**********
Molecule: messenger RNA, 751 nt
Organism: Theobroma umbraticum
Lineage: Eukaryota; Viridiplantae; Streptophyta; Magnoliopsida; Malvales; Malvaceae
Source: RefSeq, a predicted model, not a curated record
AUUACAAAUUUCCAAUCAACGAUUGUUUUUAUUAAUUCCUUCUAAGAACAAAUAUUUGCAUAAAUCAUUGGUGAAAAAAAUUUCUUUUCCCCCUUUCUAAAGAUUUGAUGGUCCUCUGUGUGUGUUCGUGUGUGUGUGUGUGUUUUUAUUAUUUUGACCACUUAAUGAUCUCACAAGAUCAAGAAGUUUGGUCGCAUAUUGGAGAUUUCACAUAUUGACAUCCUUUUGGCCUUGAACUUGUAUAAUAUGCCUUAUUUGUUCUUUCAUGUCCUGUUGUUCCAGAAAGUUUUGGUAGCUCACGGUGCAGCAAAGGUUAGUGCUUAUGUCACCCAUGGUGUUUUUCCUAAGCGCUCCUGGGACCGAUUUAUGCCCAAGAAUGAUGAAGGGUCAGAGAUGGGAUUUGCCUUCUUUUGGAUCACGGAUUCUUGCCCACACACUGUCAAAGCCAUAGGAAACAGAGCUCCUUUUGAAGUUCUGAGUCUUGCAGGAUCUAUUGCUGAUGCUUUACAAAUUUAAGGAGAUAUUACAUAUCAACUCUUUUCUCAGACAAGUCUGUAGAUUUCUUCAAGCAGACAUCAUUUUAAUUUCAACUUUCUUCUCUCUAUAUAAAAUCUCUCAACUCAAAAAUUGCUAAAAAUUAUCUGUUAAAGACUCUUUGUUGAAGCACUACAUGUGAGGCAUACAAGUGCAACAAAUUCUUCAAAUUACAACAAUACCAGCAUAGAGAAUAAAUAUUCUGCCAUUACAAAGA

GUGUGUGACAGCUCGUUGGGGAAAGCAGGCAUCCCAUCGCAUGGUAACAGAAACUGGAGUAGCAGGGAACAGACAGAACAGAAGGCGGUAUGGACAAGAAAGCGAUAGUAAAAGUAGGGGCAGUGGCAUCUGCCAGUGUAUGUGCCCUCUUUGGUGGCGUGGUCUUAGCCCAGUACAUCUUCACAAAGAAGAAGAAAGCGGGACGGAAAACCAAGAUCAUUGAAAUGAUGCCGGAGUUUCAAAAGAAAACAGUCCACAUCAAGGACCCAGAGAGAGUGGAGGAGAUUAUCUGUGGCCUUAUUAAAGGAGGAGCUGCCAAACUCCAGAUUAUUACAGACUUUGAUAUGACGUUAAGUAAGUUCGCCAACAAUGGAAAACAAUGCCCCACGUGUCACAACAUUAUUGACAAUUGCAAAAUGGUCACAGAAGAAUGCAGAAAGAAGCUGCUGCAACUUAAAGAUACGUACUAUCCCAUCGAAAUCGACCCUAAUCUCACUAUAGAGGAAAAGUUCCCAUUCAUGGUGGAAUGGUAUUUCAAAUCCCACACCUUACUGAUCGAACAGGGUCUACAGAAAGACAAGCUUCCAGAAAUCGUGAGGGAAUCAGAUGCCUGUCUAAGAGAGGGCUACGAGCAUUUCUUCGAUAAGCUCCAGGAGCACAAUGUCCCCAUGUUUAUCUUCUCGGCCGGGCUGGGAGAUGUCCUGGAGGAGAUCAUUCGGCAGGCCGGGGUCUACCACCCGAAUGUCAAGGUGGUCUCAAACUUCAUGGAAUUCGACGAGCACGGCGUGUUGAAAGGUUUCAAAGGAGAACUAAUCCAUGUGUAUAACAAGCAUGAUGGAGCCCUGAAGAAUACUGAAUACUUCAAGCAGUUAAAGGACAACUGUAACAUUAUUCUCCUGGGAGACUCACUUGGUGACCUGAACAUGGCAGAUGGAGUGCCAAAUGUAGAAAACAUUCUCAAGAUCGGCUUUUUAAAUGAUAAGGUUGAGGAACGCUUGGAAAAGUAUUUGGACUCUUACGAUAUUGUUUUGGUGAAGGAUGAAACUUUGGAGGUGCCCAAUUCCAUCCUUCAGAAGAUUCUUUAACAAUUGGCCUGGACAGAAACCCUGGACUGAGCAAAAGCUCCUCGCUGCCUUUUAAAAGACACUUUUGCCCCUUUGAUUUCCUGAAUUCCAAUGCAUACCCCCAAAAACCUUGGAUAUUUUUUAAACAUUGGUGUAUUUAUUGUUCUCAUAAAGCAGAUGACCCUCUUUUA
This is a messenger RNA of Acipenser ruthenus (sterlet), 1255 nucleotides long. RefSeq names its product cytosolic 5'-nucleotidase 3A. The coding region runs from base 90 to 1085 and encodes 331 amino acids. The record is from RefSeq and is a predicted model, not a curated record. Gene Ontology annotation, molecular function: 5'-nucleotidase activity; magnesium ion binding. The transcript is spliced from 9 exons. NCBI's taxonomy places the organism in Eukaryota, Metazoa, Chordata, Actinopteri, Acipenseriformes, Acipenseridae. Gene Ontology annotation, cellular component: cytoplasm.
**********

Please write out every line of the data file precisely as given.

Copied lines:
Molecule: messenger RNA, 751 nt
Organism: Theobroma umbraticum
Lineage: Eukaryota; Viridiplantae; Streptophyta; Magnoliopsida; Malvales; Malvaceae
Source: RefSeq, a predicted model, not a curated record
AUUACAAAUUUCCAAUCAACGAUUGUUUUUAUUAAUUCCUUCUAAGAACAAAUAUUUGCAUAAAUCAUUGGUGAAAAAAAUUUCUUUUCCCCCUUUCUAAAGAUUUGAUGGUCCUCUGUGUGUGUUCGUGUGUGUGUGUGUGUUUUUAUUAUUUUGACCACUUAAUGAUCUCACAAGAUCAAGAAGUUUGGUCGCAUAUUGGAGAUUUCACAUAUUGACAUCCUUUUGGCCUUGAACUUGUAUAAUAUGCCUUAUUUGUUCUUUCAUGUCCUGUUGUUCCAGAAAGUUUUGGUAGCUCACGGUGCAGCAAAGGUUAGUGCUUAUGUCACCCAUGGUGUUUUUCCUAAGCGCUCCUGGGACCGAUUUAUGCCCAAGAAUGAUGAAGGGUCAGAGAUGGGAUUUGCCUUCUUUUGGAUCACGGAUUCUUGCCCACACACUGUCAAAGCCAUAGGAAACAGAGCUCCUUUUGAAGUUCUGAGUCUUGCAGGAUCUAUUGCUGAUGCUUUACAAAUUUAAGGAGAUAUUACAUAUCAACUCUUUUCUCAGACAAGUCUGUAGAUUUCUUCAAGCAGACAUCAUUUUAAUUUCAACUUUCUUCUCUCUAUAUAAAAUCUCUCAACUCAAAAAUUGCUAAAAAUUAUCUGUUAAAGACUCUUUGUUGAAGCACUACAUGUGAGGCAUACAAGUGCAACAAAUUCUUCAAAUUACAACAAUACCAGCAUAGAGAAUAAAUAUUCUGCCAUUACAAAGA

GUGUGUGACAGCUCGUUGGGGAAAGCAGGCAUCCCAUCGCAUGGUAACAGAAACUGGAGUAGCAGGGAACAGACAGAACAGAAGGCGGUAUGGACAAGAAAGCGAUAGUAAAAGUAGGGGCAGUGGCAUCUGCCAGUGUAUGUGCCCUCUUUGGUGGCGUGGUCUUAGCCCAGUACAUCUUCACAAAGAAGAAGAAAGCGGGACGGAAAACCAAGAUCAUUGAAAUGAUGCCGGAGUUUCAAAAGAAAACAGUCCACAUCAAGGACCCAGAGAGAGUGGAGGAGAUUAUCUGUGGCCUUAUUAAAGGAGGAGCUGCCAAACUCCAGAUUAUUACAGACUUUGAUAUGACGUUAAGUAAGUUCGCCAACAAUGGAAAACAAUGCCCCACGUGUCACAACAUUAUUGACAAUUGCAAAAUGGUCACAGAAGAAUGCAGAAAGAAGCUGCUGCAACUUAAAGAUACGUACUAUCCCAUCGAAAUCGACCCUAAUCUCACUAUAGAGGAAAAGUUCCCAUUCAUGGUGGAAUGGUAUUUCAAAUCCCACACCUUACUGAUCGAACAGGGUCUACAGAAAGACAAGCUUCCAGAAAUCGUGAGGGAAUCAGAUGCCUGUCUAAGAGAGGGCUACGAGCAUUUCUUCGAUAAGCUCCAGGAGCACAAUGUCCCCAUGUUUAUCUUCUCGGCCGGGCUGGGAGAUGUCCUGGAGGAGAUCAUUCGGCAGGCCGGGGUCUACCACCCGAAUGUCAAGGUGGUCUCAAACUUCAUGGAAUUCGACGAGCACGGCGUGUUGAAAGGUUUCAAAGGAGAACUAAUCCAUGUGUAUAACAAGCAUGAUGGAGCCCUGAAGAAUACUGAAUACUUCAAGCAGUUAAAGGACAACUGUAACAUUAUUCUCCUGGGAGACUCACUUGGUGACCUGAACAUGGCAGAUGGAGUGCCAAAUGUAGAAAACAUUCUCAAGAUCGGCUUUUUAAAUGAUAAGGUUGAGGAACGCUUGGAAAAGUAUUUGGACUCUUACGAUAUUGUUUUGGUGAAGGAUGAAACUUUGGAGGUGCCCAAUUCCAUCCUUCAGAAGAUUCUUUAACAAUUGGCCUGGACAGAAACCCUGGACUGAGCAAAAGCUCCUCGCUGCCUUUUAAAAGACACUUUUGCCCCUUUGAUUUCCUGAAUUCCAAUGCAUACCCCCAAAAACCUUGGAUAUUUUUUAAACAUUGGUGUAUUUAUUGUUCUCAUAAAGCAGAUGACCCUCUUUUA
This is a messenger RNA of Acipenser ruthenus (sterlet), 1255 nucleotides long. RefSeq names its product cytosolic 5'-nucleotidase 3A. The coding region runs from base 90 to 1085 and encodes 331 amino acids. The record is from RefSeq and is a predicted model, not a curated record. Gene Ontology annotation, molecular function: 5'-nucleotidase activity; magnesium ion binding. The transcript is spliced from 9 exons. NCBI's taxonomy places the organism in Eukaryota, Metazoa, Chordata, Actinopteri, Acipenseriformes, Acipenseridae. Gene Ontology annotation, cellular component: cytoplasm.